ONE Championship founder on 2018 expansion, Conor McGregor and promoting ‘Asia’s greatest cultural treasure’

Richard Clarke is a sports digital consultant, who blogs at and tweets @MrRichardClarkeHe is also the Digital and Social Media correspondent for SportBusiness International.


ONE Championship is the stellar sporting success story you rarely read about in Europe.

Founded in 2011 by Chatri Sityodtong, the martial arts competition quickly grabbed a foothold in Asia and is now set for rapid expansion.

Recently, they announced their 2018 schedule. They will host a record 24 events across the continent, including the larger cities in China for the first time plus country debuts in Japan and South Korea. Shows will be broadcast in 128 countries, with a soaring peak-rating, meaning their reach should comfortably exceed the one billion people that ONE Championship estimated this year. Meanwhile, on social media, impressions have grown 23-fold since 2014 to 8.3bn while video views have grown 4800 times.

I met Sityodtong in a hotel just off Orchard Road, Singapore, near ONE Championship’s HQ, where he outlined how the venture started, where they are going and, importantly, what they will never be.

“I launched ONE Championship with the very simple idea that every region of the world has several multi-billion dollar sports media properties, except for Asia,” he said.

“If you go to North America there’s NFL, NBA and Major League Baseball. If you go to Europe, there’s the Premier League, F1 and the Champions League etc. But if you come to Asia there’s literally nothing on a Pan-Asian basis. There’s IPL, but that’s India only. I wanted to create Asia’s first multi-billion dollar sports property to celebrate its greatest cultural treasure – martial arts – and the values of integrity, humility, honour, courage, strength and discipline. I wanted to celebrate our history, our culture and our values.”

Those ideals mean Sityodtong bristles at comparisons with UFC and, more pointedly, with the way his version has been labelled as a result.

“A lot of journalists ask me that question and I don’t like it because I don’t feel like we fall into that genre of ‘MMA,” he said. “That’s an American word made up by an American organisation. We are an Asian organisation celebrating Asian, martial arts, and all its deep-rooted values.

“Both organisations have phenomenal athletes so it is the best of the West the best of the East. That is how I would put it.

“Of course UFC has a longer history but I think we’re the only two giants in the combat sports world so I would say it’s very much like Apple and Samsung or Alibaba and Amazon. There’s a western version and there’s an eastern version.”

He went on: “But we differ from every other major combat sports organisation in the world because they focus 99% on the fight. Our western counterparts typically promote aggression, violence, blood sport, hatred, disrespect and controversy. It’s negative energy in order to sell the fight.

“Our whole DNA is about unearthing incredible life stories that can touch humanity. It’s not about fighting it’s about the fighting spirit and conquering adversity. Our counterparts are [about] fight promotions, we are [about] humanity promotions.”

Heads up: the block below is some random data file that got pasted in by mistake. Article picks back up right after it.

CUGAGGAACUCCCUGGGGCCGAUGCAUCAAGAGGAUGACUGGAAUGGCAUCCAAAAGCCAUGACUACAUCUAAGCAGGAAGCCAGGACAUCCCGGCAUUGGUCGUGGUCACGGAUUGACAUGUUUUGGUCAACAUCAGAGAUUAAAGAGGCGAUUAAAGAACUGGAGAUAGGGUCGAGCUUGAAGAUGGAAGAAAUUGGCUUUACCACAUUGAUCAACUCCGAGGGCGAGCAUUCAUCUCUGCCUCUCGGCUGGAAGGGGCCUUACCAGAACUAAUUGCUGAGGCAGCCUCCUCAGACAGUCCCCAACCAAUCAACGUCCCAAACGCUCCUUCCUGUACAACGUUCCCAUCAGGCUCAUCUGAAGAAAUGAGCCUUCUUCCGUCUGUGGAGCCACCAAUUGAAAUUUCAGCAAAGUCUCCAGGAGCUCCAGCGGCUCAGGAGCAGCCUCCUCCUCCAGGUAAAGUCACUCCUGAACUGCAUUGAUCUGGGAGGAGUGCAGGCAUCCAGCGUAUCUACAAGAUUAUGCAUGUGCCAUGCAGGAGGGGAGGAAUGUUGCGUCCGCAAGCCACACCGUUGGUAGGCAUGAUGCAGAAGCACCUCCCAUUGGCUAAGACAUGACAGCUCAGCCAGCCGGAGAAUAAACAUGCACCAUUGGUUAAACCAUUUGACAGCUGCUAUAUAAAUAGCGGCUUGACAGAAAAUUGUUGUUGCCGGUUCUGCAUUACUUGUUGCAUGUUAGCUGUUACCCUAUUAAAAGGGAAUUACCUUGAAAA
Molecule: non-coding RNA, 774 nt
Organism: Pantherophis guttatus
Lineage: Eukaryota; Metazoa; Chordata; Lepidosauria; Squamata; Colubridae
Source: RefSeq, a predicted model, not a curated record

To that end, Sityodtong selects his fighters using three equally-weighted criteria – human characteristics, athleticism and marketability. Humility and respect are crucial, that is why the Harvard Business School graduate has stated he would never sign Conor McGregor even if the Irishman became were available.

Instead, they promote fighters like Aung La N Sang, who became ONE Championship’s middleweight champion earlier this year.

“He is by far the biggest sporting hero in the history of Myanmar,” said Sityodtong. “Myanmar has a unique history. Until about seven years ago it was a closed country so, to my knowledge, they’d never participated in international competition.

“N’Lang was a refugee who left when he was 14 and emigrated to America. He never thought he’d go to go back. But he loves martial arts and we thought there was an opportunity to have him back in Myanmar. We spoke with the government and smoothed everything out.

“At that stage, I didn’t know he was going to win the world title. I just thought it would be great to have an athlete from Myanmar. He was a 10-1 underdog when he won the title against the undefeated Russian, Vitaly Bigdash. Six months earlier months he’d lost to him.

“But he is humble and after he won he said something totally unscripted live on free-to-air TV. He just said ‘I’m not talented, I’m not fast, I’m not strong but with you Myanmar I have courage strength and respect, and so together we are world champions’.

“Our social media went ballistic. About half an hour later we put out the video and almost instantly it had 80,000 shares and 3m views.

“And that is the unique about ONE Championship. You have local heroes on the global stage who inspire nations and celebrate Asian values.

“I think that is our very special formula. It’s not about fighting or violence or what separates. It’s about unifying people.”

* You can hear more from Chatri Sityodtong on the first episode of Richard Clarke’s new podcast Sport – Digital and Social on iTunes or at


About author

Daniel McLaren
Daniel McLaren 820 posts

Dan is the Founder & CEO of Digital Sport. Can be found at sports industry events and heard every week on the Digital Sport Insider podcast. @DanielMcLaren

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